‘New Faces of Anti-Semitism’ Shines Light on Old Tropes


The American Jewish Press Association held an interactive webinar on May 2, to educate journalists and the public on the new and insidious ways anti-Semitism is manifesting in today’s divisive climate.

Held on Yom Hashoah, Holocaust Remembrance Day, and less than a week after the Poway shootings, the webinar offered “a frank discussion about what this threat may portend for the nation’s Jews and proposed ways to combat it,” as well as addressing whether anti-Zionism is anti-Semitism.

Moderated by Alan Mason, vice president of the American Jewish Press Association, speakers were Aaron Ahlquist, the Anti-
Defamation League’s south central region director; Charles Asher Small, founding director and president of the Institute for the Study of Global Antisemitism and Policy (ISGAP); and Susan Heller Pinto, associate director of the ADL’s International Affairs Division and director of its Department of Middle Eastern Affairs.

The talk began with Ahlquist running through recently released ADL statistics on the rise of anti-Semitic incidents since 2016, including a spike in physical assaults.

“We saw a 105 percent increase in the number of assaults is between 2017 and 2018 … that shows a manifestation of physicality that’s of great concern,” Ahlquist said. “Some of the other things that we saw was an increased linkage between some of the anti-Semitic incidents and known extremist organizations, with 13 percent of reported anti-Semitic incidents being connected with extremist organizations. And if you look, and you compare 2018 to 2016, there’s a 99 percent increase in anti-Semitic incidents. So we are at a time where we are seeing a massive increase in what’s being reported to us. And that’s of great concern to us.”

Susan Heller Pinto said there are a number of issues that may be impacting this increase, including “Islamist perpetrators,” as well as right-wing and left-wing sources of anti-Semitism in the U.S. and Europe.

“For the right, we see it certainly in the United States… with these two perpetrators of the synagogue attacks. We see it with an elevated rhetoric globally, nationalist, that makes Jewish communities around the globe feel more vulnerable, feel more isolated, feel more targeted in Hungary, and Poland, et cetera,” she said. “The kind of classical example of what we’re seeing now [with] anti-Semitism on the left, is the nexus with discussion over Israel. And let me be clear, the criticism of Israel, legitimate criticism, common criticism of Israeli policy is perfectly legitimate. I’m talking about when criticism of Israel crosses the line, uses anti-Semitic tropes, calls for Israel’s destruction. And we’re seeing that again, more and more in the mainstream.”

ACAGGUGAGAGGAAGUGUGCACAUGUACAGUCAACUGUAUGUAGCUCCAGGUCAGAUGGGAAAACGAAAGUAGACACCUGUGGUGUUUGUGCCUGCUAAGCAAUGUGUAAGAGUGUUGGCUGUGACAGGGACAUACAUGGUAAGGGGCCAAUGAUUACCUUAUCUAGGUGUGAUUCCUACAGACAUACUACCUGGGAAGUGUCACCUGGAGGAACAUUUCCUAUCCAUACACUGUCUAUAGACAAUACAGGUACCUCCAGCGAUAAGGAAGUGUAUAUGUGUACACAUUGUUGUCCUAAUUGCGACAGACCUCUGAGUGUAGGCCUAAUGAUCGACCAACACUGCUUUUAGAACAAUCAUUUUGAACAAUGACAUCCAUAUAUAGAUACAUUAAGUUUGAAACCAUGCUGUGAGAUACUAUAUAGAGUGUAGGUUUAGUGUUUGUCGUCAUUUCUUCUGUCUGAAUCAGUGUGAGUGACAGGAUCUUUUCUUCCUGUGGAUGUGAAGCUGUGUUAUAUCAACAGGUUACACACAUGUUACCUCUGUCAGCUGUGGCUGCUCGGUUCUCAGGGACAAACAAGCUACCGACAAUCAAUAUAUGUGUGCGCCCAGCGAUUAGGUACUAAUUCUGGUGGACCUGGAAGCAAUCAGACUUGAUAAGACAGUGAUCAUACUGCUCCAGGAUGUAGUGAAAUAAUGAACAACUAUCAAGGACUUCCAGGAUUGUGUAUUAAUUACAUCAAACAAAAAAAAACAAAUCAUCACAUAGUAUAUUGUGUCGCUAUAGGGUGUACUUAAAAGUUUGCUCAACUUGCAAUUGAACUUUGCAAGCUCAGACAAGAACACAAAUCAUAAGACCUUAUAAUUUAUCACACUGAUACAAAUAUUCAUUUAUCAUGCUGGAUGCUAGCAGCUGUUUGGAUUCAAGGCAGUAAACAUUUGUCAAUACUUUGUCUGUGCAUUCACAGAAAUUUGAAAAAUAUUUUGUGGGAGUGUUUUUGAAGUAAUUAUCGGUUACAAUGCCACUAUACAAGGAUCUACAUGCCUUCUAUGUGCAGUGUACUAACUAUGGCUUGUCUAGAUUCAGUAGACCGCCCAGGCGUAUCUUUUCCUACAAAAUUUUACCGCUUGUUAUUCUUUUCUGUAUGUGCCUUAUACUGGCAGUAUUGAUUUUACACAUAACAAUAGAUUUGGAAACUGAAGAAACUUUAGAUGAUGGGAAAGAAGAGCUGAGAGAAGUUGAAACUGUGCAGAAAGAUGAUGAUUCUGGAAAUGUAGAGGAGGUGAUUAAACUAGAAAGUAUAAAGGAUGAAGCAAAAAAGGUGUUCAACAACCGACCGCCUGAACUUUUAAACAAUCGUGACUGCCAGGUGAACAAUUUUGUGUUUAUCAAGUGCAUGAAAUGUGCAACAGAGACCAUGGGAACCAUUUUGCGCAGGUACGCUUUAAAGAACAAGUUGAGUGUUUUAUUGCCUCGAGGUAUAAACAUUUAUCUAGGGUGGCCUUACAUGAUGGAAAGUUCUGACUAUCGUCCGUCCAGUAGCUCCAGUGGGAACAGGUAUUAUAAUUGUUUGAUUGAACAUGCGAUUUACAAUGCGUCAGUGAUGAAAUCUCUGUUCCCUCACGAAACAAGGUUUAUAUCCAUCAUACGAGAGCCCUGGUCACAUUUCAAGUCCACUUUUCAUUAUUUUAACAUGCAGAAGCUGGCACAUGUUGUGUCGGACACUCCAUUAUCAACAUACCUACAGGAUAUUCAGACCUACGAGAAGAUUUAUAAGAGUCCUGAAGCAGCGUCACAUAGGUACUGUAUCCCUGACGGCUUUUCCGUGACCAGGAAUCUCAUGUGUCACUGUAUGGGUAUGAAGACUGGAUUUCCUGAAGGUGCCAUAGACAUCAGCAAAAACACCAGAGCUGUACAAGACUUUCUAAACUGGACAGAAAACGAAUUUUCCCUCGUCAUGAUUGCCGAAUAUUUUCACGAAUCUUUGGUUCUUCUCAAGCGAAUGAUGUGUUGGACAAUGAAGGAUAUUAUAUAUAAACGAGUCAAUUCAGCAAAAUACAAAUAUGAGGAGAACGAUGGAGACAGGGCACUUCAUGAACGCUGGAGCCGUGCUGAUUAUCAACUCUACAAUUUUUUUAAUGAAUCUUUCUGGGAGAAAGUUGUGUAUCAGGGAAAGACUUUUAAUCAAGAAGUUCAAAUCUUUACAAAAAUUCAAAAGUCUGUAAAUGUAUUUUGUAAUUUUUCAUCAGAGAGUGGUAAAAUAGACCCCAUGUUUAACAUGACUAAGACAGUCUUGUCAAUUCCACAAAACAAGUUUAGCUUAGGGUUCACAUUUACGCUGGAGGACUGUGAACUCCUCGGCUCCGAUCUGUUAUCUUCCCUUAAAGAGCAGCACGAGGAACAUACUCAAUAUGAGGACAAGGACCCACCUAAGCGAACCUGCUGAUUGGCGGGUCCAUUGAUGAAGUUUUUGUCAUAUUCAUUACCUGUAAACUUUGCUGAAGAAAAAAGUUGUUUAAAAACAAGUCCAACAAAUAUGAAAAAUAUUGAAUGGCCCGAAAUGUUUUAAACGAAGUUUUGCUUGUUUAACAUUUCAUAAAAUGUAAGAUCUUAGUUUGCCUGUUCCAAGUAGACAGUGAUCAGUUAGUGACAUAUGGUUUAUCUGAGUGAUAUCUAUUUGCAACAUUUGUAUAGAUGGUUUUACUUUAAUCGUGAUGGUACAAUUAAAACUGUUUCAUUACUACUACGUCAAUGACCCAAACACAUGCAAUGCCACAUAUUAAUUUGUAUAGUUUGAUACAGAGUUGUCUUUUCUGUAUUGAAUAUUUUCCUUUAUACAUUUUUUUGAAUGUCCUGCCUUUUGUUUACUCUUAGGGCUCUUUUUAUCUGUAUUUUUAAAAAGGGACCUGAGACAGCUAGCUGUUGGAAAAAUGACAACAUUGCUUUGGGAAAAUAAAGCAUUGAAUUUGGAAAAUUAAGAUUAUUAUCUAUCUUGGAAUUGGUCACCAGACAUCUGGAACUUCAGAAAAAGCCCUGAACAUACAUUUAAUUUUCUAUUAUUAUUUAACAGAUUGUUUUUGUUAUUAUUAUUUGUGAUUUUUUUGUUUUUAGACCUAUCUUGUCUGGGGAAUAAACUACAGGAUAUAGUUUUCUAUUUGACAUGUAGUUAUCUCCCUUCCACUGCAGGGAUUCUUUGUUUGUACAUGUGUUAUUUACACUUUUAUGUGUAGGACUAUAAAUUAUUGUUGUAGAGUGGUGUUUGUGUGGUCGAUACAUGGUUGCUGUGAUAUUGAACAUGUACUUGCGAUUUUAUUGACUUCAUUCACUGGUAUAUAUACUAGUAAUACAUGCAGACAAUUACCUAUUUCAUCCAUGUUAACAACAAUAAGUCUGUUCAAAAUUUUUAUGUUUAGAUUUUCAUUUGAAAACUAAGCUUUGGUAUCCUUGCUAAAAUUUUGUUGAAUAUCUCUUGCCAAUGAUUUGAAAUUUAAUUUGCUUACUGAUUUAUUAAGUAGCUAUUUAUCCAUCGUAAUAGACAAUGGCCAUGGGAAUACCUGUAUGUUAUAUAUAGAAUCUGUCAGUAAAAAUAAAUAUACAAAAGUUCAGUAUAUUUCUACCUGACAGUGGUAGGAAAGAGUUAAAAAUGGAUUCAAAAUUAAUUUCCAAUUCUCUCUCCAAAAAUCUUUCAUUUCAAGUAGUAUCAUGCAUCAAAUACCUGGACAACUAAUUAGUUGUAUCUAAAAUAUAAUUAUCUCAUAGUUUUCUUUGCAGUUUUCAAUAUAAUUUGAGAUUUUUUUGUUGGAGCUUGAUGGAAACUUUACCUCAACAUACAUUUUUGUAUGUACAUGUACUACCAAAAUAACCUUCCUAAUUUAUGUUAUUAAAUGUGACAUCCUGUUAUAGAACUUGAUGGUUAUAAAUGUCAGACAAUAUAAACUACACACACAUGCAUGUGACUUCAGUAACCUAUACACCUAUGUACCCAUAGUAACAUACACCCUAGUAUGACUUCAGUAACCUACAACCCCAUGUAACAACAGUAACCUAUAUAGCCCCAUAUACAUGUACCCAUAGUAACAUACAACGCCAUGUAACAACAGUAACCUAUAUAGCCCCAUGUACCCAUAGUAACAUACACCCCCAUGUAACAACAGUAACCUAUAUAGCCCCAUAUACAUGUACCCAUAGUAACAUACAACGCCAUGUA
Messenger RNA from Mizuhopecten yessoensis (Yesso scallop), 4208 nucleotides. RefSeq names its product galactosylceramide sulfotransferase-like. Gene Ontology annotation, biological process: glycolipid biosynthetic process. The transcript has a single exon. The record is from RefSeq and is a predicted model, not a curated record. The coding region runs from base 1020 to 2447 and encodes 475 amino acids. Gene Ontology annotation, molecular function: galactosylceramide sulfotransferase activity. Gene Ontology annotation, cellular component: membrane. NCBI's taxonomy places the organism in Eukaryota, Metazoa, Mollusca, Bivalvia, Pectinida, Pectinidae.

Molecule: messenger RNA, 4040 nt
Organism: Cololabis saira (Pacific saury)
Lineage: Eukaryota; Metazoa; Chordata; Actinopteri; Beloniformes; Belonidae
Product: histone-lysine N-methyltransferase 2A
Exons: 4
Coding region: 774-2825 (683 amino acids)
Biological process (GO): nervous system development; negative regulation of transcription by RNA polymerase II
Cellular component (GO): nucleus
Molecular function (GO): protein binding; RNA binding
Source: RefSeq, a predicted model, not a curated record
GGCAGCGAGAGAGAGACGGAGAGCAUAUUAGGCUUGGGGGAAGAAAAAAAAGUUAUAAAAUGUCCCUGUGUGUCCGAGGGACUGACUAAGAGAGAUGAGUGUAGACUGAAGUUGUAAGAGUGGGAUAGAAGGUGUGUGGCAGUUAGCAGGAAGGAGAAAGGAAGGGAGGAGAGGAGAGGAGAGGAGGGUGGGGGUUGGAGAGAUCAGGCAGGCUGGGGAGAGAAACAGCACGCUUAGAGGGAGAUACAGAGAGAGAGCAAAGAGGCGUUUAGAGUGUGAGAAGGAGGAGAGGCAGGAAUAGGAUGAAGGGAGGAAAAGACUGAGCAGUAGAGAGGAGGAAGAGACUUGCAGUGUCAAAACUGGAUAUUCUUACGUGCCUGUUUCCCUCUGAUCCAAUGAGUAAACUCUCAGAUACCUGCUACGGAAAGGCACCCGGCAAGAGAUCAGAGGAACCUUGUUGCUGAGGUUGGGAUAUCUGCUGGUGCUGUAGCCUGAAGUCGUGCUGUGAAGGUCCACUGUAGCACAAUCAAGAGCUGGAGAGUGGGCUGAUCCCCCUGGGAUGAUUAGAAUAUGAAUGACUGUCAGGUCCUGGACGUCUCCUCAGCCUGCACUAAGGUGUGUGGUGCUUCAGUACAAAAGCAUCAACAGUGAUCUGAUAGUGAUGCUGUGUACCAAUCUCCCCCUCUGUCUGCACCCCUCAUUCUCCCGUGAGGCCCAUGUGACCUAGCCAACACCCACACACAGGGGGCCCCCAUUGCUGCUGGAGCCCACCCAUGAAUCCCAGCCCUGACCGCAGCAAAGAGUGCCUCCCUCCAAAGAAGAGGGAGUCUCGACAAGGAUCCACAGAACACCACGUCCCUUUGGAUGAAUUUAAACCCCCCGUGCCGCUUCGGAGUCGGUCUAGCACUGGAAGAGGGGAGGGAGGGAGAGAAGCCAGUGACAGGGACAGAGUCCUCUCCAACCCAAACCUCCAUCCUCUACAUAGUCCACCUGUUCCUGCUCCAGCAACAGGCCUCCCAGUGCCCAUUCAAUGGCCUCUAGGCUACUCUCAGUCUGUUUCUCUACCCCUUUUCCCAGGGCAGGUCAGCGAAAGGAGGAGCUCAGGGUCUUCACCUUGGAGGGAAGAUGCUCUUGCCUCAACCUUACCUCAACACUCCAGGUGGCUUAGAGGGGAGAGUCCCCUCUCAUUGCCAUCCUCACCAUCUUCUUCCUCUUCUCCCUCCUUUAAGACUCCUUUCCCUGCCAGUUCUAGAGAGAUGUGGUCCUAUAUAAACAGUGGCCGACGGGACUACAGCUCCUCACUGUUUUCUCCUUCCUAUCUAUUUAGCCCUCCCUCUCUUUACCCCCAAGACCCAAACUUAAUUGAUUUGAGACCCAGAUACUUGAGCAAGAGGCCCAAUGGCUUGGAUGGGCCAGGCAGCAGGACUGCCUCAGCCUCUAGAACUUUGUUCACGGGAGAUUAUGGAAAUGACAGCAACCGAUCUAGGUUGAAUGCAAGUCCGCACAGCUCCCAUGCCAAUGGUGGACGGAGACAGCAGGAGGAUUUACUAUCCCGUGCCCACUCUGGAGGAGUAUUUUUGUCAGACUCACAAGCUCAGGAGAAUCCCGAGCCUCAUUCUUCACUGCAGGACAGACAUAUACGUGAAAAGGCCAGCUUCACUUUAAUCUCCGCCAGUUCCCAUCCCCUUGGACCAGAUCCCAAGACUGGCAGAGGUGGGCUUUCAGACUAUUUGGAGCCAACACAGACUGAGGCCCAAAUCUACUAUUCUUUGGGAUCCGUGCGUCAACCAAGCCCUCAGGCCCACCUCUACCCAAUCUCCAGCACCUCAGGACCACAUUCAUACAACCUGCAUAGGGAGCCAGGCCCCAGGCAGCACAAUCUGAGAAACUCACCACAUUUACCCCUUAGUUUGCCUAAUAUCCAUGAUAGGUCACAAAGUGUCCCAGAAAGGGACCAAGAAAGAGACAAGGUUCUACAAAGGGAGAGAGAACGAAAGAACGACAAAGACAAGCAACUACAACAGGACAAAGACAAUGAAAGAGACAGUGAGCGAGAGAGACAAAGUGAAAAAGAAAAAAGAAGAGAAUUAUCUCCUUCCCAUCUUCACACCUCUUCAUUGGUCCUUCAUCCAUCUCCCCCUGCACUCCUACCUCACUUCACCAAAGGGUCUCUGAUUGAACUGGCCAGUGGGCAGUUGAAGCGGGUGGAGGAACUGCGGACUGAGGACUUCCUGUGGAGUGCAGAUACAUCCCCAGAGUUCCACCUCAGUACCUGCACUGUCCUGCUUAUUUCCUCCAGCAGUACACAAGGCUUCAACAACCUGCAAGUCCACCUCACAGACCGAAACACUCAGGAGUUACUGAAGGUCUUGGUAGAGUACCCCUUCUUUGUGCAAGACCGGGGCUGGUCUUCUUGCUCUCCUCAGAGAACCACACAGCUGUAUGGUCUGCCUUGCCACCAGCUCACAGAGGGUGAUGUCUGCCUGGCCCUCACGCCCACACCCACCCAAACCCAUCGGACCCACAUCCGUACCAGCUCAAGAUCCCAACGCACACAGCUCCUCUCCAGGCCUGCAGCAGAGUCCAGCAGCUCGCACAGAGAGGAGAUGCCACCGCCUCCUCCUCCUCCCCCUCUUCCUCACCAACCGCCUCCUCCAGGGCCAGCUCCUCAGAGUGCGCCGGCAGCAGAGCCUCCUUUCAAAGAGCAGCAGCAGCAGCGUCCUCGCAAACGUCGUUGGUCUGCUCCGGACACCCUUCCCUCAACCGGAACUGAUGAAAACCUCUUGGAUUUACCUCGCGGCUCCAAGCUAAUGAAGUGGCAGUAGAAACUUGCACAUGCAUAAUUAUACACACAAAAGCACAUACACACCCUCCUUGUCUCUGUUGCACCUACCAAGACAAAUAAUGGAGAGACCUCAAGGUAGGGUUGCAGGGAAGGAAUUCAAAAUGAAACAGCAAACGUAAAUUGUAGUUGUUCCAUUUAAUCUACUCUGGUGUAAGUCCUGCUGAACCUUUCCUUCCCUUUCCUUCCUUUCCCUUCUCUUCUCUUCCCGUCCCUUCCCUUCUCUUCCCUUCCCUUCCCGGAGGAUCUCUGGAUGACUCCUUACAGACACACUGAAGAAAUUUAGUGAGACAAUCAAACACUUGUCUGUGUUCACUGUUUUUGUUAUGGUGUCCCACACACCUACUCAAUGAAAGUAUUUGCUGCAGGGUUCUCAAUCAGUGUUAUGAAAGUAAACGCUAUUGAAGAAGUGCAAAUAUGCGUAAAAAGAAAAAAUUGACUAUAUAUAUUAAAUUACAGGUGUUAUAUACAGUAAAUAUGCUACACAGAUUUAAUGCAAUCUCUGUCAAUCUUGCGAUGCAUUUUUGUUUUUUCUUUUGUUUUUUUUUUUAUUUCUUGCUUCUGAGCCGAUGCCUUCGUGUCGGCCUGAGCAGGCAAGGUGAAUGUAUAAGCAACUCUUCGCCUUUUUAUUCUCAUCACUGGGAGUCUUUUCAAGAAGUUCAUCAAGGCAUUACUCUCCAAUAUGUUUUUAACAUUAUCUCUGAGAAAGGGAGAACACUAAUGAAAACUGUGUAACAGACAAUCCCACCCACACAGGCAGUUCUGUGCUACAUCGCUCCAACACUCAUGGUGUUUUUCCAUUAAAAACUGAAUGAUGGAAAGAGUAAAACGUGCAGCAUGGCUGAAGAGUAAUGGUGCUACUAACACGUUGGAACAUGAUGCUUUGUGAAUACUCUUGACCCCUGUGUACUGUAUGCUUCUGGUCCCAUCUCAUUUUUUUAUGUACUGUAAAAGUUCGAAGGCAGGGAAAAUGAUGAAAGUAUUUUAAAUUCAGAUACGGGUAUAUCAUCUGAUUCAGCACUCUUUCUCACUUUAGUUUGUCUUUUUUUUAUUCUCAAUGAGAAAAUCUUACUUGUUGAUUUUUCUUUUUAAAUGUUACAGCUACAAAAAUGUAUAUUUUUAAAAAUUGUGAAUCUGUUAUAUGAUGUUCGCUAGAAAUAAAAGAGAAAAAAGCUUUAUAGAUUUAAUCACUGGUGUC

Pinto noted that the difference between anti-Semitism on the left and on the right is that anti-Semitism on the right is more violent, but that anti-Semitism on the left is becoming more mainstream.

She cited the rise of Jeremy Corbyn in the UK over the last couple of years, and speech about Israel and Jews that is “blatantly

Pinto also discussed the public debate over the cartoon that appeared in a recent international edition of The New York Times depicting a yarmulked President Trump being led blindly by Israel Prime Minister Benjamin Netanyahu as a seeing-eye dog.

“The editorial that appeared yesterday in the New York Times talked about there being a profound danger, and I’m quoting from them, ‘not only of anti-Semitism but of numbness to its creep, to the insidious way this ancient, enduring prejudice is once again working itself into public view and common conversation,’” Pinto said. “So we’re seeing Islamist anti-Semitism, right-wing anti-Semitism, left-wing anti-Semitism, growing vibrant… expressing itself in the public discourse. And we’re also seeing more people either unable to recognize when they see anti-Semitism, or willing to justify it.”

The historic origins of anti-Semitic myths and tropes were also discussed, including those fomented and forwarded by the Nazis that were adopted by Islamic fundamentalists and others. The speakers also discussed recent controversial statements made by Minnesota U.S. Rep. Ihan Omar and the loss of first-hand accounts and eye witnesses to the Holocaust, as survivors and liberators age and die.

“As we lose our living links to history and to the great tragedy and losses of the Holocaust, it’s so important to have meaningful education that our young people and students are being exposed to that continues to educate around history, so that they are aware when those living voices are no longer as available or as accessible; that they continue to learn and be taught based on fact, and based on history,” Ahlquist said.

Ahlquist said he sees the biggest threats today as the role of social media in proliferating hate, and less meaningful discussion between those that disagree.

“As the push is towards the margins, rather than towards the center, the ability to ostracize, or to marginalize vulnerable communities is increased,” he added. “And that never goes well for the Jewish community.”

Charles Asher Small ended the conversation calling for speaking out “against all forms of discrimination, racism, attacks on religious communities and gendered communities and the like. There is discrimination against Muslims in the society and you should speak out. And there are people, Christians, Jews and Muslims coming together in the wake of the rise of hatred in this country. Also against migrants and refugees. This is also very important and timely,” he said. “So I think there is a coming together.”

For more information and educational resources on anti-Semitism, visit adl.org.

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